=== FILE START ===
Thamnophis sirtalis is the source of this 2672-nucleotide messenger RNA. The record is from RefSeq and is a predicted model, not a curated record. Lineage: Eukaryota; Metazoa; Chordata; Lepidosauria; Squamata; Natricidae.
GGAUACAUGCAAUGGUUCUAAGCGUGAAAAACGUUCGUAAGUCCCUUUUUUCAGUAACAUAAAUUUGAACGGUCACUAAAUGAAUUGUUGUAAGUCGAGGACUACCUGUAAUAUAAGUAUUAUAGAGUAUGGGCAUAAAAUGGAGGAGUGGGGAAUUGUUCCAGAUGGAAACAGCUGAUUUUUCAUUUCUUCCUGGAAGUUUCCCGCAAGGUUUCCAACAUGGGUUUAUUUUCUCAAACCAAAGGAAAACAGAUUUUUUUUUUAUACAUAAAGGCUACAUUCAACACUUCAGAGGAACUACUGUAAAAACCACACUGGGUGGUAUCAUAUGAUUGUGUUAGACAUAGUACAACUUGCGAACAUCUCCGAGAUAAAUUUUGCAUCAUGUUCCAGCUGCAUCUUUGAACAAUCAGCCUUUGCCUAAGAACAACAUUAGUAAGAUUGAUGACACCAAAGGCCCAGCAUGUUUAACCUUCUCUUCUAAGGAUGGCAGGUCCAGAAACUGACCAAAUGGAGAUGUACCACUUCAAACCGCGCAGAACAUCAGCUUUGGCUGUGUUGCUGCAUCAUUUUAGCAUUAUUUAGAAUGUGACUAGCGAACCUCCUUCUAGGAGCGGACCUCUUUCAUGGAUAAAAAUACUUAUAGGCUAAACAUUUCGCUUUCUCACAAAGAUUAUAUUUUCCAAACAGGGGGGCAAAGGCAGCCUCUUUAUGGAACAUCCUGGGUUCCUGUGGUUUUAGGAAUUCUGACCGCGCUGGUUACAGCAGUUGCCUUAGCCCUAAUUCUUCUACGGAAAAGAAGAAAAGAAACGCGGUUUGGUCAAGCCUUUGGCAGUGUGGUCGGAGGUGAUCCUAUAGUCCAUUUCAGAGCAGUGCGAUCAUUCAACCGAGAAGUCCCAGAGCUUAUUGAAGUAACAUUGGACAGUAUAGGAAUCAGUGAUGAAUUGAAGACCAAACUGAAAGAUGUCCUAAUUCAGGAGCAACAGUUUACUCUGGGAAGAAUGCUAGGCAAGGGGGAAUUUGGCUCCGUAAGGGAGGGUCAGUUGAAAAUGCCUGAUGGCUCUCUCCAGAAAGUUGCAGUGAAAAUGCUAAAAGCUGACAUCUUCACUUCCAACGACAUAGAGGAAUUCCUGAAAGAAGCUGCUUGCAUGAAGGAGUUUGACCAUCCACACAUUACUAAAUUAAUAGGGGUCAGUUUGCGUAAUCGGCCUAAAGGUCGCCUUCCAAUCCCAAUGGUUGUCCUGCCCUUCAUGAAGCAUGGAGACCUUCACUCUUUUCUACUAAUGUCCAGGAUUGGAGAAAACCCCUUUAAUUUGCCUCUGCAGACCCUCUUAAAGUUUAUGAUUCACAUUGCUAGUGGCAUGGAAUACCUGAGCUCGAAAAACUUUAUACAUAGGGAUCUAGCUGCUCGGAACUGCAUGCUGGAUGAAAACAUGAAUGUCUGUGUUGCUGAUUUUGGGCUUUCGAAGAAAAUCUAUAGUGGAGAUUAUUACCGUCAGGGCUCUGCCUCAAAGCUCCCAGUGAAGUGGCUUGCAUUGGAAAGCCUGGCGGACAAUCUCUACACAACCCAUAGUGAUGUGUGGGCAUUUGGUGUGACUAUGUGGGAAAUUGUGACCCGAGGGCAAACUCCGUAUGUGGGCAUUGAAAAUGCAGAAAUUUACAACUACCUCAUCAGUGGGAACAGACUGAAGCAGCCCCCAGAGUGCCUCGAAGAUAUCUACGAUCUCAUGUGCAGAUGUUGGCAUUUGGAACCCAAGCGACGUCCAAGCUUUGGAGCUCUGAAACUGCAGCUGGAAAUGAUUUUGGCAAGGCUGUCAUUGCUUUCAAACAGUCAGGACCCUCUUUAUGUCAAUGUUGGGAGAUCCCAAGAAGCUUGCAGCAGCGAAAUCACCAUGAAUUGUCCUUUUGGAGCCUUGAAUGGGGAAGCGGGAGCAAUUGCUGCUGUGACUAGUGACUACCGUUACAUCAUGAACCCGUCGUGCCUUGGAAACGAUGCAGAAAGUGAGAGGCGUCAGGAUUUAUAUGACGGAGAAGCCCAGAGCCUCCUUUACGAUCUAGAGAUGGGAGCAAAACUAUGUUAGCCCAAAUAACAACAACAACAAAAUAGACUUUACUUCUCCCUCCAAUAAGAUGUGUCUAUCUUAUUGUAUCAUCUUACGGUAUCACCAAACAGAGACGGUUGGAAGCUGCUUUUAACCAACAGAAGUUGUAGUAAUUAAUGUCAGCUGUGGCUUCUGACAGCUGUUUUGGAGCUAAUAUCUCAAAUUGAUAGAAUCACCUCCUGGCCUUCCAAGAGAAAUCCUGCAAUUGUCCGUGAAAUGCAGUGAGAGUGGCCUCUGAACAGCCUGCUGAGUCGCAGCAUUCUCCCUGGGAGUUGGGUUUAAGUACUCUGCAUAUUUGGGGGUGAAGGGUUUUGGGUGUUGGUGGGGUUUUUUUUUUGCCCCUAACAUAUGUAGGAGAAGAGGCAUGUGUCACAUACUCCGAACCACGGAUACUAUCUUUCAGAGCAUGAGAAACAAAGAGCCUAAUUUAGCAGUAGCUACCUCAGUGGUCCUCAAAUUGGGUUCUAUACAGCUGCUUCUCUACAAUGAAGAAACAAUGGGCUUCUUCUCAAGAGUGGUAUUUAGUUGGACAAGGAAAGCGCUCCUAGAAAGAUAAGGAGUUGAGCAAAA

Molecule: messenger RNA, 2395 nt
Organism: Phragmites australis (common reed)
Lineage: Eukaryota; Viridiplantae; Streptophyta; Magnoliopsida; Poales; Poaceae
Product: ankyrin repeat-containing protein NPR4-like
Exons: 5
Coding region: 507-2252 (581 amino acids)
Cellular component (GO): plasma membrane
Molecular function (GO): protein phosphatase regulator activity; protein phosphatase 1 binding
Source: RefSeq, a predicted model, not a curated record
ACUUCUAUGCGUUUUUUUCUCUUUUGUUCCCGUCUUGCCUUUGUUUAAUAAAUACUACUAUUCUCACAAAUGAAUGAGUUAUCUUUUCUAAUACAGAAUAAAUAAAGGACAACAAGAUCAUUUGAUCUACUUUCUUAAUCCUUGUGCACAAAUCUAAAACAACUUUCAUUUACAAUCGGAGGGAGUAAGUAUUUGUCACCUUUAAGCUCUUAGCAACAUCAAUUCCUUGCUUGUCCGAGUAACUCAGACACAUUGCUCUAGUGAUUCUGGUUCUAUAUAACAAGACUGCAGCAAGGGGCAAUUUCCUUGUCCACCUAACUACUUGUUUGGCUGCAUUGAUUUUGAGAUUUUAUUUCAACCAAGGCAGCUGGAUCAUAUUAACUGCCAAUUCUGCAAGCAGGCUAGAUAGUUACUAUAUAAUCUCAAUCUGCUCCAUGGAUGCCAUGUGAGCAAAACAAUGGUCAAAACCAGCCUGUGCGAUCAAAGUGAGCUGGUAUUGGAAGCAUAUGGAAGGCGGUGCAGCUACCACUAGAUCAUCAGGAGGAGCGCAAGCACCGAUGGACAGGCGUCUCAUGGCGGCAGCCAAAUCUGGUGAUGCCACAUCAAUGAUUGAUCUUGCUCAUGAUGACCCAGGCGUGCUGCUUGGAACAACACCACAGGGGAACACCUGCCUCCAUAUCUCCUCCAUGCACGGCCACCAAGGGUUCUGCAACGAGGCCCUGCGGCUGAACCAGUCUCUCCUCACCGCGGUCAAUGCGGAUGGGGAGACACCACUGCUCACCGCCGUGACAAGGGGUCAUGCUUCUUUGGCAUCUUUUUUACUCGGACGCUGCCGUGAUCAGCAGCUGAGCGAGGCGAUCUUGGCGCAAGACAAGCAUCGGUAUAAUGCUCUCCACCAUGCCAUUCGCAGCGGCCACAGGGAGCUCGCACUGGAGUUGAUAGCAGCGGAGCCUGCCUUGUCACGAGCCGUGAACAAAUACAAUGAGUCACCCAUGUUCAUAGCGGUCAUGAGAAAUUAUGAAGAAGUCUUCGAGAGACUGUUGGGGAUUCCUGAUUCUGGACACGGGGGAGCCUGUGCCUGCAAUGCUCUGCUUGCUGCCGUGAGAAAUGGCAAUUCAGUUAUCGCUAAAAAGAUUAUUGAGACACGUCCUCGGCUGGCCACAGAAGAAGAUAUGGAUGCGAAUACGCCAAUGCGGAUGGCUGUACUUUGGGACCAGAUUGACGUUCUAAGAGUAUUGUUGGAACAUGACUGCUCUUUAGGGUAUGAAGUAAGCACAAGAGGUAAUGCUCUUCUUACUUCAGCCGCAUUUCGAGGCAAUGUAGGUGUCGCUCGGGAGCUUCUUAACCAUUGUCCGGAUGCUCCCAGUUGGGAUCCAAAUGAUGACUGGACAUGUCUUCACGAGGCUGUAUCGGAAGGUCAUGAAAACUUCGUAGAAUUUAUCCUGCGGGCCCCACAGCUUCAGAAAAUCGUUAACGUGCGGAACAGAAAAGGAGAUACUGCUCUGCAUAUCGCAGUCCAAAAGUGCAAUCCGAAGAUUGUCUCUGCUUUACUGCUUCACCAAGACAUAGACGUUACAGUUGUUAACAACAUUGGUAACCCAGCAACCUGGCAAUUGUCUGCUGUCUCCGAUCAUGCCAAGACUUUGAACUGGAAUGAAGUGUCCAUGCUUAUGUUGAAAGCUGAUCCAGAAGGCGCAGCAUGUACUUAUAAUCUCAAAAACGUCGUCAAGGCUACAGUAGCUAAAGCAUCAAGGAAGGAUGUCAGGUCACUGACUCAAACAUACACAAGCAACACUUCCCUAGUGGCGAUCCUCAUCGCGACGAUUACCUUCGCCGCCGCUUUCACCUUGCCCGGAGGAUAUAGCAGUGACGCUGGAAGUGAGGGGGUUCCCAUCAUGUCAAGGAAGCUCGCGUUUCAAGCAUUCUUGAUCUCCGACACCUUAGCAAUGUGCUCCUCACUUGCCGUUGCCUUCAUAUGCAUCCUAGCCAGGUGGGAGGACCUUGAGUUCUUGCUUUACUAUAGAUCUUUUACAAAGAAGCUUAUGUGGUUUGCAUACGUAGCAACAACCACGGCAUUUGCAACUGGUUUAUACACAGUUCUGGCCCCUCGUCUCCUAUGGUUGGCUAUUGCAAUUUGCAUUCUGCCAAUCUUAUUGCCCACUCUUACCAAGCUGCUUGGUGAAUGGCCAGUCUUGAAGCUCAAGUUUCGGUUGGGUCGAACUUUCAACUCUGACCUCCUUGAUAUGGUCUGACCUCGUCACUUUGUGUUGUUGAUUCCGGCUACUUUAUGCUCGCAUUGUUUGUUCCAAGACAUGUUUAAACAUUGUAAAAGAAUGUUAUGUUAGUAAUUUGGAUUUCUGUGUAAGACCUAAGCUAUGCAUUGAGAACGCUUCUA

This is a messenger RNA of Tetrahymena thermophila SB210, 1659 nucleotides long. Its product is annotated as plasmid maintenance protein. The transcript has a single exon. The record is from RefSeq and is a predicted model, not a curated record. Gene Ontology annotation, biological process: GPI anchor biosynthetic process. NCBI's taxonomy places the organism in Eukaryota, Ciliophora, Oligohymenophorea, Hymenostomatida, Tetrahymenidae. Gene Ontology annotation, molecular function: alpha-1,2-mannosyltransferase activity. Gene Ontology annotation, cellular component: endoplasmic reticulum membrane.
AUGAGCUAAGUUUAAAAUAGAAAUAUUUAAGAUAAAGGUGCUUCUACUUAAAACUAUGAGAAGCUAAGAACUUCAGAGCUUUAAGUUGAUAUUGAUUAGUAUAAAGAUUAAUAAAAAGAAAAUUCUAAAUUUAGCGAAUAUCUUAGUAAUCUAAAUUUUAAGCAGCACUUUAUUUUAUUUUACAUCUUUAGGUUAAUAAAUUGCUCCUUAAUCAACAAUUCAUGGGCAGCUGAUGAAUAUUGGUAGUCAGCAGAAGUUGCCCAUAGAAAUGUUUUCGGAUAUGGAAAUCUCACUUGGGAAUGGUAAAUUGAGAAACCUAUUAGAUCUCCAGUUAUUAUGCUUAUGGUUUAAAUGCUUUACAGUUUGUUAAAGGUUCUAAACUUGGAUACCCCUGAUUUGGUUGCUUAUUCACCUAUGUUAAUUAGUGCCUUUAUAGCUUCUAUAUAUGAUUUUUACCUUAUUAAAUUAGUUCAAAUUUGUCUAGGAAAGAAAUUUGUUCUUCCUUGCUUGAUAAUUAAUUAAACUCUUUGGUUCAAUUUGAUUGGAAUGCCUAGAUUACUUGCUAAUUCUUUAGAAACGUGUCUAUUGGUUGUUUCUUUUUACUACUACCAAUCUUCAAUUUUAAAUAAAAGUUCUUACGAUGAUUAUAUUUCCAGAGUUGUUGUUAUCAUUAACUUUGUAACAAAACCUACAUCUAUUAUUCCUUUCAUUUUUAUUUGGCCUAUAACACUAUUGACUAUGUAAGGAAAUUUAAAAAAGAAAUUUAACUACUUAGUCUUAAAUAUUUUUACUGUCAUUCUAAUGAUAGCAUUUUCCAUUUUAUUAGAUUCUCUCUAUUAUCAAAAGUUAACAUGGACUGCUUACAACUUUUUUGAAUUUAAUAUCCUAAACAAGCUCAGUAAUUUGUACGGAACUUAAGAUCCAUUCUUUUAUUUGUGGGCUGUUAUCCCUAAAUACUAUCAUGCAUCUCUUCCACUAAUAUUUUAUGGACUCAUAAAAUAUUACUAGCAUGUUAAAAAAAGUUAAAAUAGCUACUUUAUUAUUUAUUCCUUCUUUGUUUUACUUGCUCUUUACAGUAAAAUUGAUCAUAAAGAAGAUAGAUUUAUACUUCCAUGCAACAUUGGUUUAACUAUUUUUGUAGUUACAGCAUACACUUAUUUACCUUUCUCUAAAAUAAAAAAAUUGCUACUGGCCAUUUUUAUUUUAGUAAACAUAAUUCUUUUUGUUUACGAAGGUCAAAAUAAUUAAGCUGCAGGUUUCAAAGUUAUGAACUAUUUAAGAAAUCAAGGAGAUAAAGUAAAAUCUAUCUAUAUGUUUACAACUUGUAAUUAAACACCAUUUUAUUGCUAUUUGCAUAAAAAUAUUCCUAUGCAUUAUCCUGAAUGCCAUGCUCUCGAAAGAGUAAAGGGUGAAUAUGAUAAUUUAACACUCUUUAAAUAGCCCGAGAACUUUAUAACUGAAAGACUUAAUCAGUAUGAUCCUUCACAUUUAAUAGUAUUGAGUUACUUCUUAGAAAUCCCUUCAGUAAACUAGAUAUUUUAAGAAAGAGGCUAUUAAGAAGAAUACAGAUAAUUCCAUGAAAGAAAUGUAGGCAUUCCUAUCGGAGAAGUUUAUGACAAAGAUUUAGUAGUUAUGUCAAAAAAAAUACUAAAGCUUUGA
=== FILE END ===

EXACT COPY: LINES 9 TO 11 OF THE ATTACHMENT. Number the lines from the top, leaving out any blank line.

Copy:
Cellular component (GO): plasma membrane
Molecular function (GO): protein phosphatase regulator activity; protein phosphatase 1 binding
Source: RefSeq, a predicted model, not a curated record